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Voyantic Helps Companies Put RFID Tags to the Test

The Finnish startup says its system has allowed tag research and design teams to reduce by half the time needed to bring new tags to market.
By Mary Catherine O'Connor
Jun 18, 2009Since the late 1990s, when MIT professors Sanjay Sharma and David Brock began developing RFID technology for supply chain applications, the evolution of passive ultrahigh-frequency (UHF) tags and interrogators has been dramatic. Nonetheless, designing, developing, testing and finally introducing new products based on the EPC Gen 2 standard still takes considerable research and development for RFID chip and inlay manufacturers big and small.

To help tag makers speed up the R&D process, a number of businesses have offered tools for testing RFID inlays. Once such company is Finnish startup firm Voyantic, which developed a product known as Tagformance. Voyantic's CEO, Jukka Voutilainen, says his firm's tool is unique in that it not only verifies that tags operate properly, but also qualifies how well they function. According to Voutilainen, the testing tools have enabled tag research and design teams to reduce the design time required to bring new tags to market by half.

The Tagformance Lite device, shown here with an RFID tag positioned opposite a tag being tested, plugs into the USB port of a computer running Tagformance software.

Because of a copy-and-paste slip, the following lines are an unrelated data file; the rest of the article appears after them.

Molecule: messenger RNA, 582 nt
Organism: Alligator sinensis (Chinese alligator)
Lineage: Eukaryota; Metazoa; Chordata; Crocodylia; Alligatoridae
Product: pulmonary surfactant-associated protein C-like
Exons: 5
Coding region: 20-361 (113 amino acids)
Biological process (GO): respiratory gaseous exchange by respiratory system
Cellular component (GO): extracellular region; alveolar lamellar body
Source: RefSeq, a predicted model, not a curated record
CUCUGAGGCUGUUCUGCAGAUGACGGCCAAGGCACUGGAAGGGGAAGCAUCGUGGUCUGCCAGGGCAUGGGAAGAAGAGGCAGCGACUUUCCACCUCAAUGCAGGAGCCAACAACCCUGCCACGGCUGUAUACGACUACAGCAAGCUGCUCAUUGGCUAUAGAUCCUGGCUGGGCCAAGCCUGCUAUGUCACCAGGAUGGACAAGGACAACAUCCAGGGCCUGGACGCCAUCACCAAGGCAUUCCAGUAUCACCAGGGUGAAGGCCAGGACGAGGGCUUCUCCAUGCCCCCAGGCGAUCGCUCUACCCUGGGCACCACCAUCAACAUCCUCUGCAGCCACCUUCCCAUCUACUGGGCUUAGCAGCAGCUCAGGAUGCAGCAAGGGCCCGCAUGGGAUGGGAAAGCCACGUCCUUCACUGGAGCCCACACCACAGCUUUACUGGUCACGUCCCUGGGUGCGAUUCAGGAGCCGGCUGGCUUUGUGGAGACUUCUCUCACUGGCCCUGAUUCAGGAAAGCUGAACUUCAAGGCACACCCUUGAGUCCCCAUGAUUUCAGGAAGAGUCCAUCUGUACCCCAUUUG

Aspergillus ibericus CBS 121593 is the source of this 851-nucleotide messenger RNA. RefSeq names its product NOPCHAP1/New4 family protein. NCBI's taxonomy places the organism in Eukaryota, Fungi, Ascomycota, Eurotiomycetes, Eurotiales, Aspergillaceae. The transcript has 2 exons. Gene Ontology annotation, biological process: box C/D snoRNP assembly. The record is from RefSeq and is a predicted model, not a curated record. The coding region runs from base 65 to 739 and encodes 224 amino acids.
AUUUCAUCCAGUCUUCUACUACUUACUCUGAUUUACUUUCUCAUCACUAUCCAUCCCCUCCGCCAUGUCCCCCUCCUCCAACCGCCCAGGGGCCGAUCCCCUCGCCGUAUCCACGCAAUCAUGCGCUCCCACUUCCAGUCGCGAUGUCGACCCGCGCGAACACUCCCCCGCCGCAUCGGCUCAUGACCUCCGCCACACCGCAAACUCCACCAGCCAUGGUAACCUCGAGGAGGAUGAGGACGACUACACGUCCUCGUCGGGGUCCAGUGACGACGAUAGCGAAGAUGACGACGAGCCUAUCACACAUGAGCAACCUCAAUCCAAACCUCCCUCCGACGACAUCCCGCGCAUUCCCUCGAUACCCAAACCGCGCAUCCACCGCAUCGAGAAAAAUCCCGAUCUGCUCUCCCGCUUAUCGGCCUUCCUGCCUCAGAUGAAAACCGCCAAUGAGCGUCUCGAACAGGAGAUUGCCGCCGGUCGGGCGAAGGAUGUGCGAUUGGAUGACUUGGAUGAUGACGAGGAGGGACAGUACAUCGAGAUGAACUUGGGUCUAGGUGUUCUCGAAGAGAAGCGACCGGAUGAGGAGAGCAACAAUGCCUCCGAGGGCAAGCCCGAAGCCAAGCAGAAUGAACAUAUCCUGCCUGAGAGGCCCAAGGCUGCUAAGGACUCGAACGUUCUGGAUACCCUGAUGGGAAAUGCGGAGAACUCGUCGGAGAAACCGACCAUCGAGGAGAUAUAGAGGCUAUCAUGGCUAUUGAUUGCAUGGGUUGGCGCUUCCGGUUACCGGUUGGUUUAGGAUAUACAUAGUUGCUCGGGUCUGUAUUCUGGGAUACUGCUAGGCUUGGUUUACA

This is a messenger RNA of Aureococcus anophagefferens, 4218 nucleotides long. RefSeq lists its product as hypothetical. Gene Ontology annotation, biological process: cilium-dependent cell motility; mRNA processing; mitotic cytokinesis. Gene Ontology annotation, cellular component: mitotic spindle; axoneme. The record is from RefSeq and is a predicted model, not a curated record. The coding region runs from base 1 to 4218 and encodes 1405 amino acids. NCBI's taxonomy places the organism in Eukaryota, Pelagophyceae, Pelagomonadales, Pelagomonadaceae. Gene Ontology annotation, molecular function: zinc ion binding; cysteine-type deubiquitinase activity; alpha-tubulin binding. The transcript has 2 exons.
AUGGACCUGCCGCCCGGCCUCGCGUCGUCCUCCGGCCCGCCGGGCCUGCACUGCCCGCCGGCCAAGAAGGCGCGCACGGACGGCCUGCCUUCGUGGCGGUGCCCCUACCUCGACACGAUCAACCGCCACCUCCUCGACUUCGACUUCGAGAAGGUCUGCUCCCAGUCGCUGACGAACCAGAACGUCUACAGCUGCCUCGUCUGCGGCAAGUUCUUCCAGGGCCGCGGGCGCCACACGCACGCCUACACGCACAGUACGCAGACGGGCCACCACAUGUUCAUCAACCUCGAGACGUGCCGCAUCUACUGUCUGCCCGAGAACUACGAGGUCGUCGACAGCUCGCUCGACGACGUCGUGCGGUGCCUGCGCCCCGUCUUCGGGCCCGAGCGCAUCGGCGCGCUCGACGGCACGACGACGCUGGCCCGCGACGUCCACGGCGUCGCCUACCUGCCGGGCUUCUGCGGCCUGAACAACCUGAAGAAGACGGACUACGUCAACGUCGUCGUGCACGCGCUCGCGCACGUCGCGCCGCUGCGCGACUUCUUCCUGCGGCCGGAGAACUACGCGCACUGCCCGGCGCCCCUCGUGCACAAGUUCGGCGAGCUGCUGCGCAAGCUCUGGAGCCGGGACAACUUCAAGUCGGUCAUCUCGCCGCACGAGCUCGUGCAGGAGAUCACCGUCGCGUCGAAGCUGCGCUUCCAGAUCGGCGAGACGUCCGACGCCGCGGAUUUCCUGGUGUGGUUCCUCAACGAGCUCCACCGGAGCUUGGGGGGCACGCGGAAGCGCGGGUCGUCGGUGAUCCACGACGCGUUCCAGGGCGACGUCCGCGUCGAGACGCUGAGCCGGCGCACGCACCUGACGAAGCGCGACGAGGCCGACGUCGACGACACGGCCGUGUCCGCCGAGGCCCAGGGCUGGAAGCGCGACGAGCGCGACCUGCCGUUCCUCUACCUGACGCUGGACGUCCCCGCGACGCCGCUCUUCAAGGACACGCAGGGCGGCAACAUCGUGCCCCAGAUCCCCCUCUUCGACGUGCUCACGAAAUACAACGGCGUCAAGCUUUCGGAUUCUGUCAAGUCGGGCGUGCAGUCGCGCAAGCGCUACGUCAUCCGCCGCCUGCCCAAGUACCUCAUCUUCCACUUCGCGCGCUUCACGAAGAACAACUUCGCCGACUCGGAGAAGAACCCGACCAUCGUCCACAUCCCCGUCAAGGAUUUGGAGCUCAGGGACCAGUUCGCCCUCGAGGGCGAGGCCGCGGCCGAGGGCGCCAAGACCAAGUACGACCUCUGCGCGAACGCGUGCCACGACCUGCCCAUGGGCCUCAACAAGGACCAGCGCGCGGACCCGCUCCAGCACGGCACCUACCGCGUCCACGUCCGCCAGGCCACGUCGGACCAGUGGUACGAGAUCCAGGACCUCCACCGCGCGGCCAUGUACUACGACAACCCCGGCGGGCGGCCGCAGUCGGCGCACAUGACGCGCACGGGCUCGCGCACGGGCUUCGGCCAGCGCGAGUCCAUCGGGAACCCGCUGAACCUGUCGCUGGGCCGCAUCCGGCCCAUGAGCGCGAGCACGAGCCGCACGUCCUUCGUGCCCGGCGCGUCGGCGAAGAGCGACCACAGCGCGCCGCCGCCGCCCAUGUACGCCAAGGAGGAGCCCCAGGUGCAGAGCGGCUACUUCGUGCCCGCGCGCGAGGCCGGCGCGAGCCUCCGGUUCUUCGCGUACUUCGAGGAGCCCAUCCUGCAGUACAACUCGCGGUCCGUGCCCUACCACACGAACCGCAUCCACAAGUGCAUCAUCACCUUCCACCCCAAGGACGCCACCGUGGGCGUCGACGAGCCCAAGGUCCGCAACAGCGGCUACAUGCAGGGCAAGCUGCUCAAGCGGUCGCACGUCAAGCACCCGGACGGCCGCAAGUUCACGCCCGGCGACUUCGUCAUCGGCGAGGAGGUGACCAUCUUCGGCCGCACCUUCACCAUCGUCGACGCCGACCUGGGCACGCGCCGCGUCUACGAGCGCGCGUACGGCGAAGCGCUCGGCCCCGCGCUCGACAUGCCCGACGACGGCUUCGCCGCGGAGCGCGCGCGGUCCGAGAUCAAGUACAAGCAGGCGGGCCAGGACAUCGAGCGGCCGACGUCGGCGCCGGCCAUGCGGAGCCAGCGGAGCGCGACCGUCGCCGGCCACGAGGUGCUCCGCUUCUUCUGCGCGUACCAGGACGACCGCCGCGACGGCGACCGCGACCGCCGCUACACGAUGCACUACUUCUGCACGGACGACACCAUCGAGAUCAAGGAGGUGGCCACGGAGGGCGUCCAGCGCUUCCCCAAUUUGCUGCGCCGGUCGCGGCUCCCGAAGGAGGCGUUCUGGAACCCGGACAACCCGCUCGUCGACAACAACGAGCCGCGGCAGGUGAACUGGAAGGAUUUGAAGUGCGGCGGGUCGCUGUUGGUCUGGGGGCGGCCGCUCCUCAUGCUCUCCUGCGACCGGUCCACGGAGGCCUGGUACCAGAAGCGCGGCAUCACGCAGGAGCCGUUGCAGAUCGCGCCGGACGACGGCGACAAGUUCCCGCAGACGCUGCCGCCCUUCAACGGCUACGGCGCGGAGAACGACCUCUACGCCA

Voyantic grew out of research that Voutilainen and his colleagues carried out in 2004 at the University of Helsinki. "We started offering some [UHF passive RFID] tag measurement services and consulting in 2006," he explains, "and then, in the spring of 2007 we launched the Tagformance product."

Current customers include RFID chip and reader maker Impinj, and RFID tag makers Omni-ID and UPM Raflatac.

Tagformance—a product line with a shared software backbone that runs on the Tagformance Lite measurement device—is used with special extensions based on a particular user's needs. The measurement device is a specialized RFID reader with an input and output antenna port—one used to transmit a signal to the tag, the other to receive the tag's backscatter signal, which the software then analyzes. The device, roughly the size of a shoe box, can be easily transported and plugs into the USB port of a desktop or laptop computer, running the Tagformance software products that the user requires. There are four different Tagformance software products: the Tag Designer Suite, the Application Development Suite, the Protocol Testing Suite and the Tag Production Tester Suite.

Tag developers can employ the Tag Designer Suite to evaluate the performance of a prototype during the design-engineering process. The suite's software has specialized algorithms to determine and characterize a tag's radio frequency sensitivity and backscatter signal properties, in accordance with the EPC Class 1 Gen 2 standard, Atmel's proprietary Tagidu protocol or EM Microelectronic's EM4122 protocol.

"We use Voyantic's [Tag Designer] software to characterize RF performance of our [tag] products," says Andre Cote, Omni-ID's CTO. "The software allows you to plot the RF response curves [from various tags] against each other, so you can look at how one tag performs against another for various tag designs."

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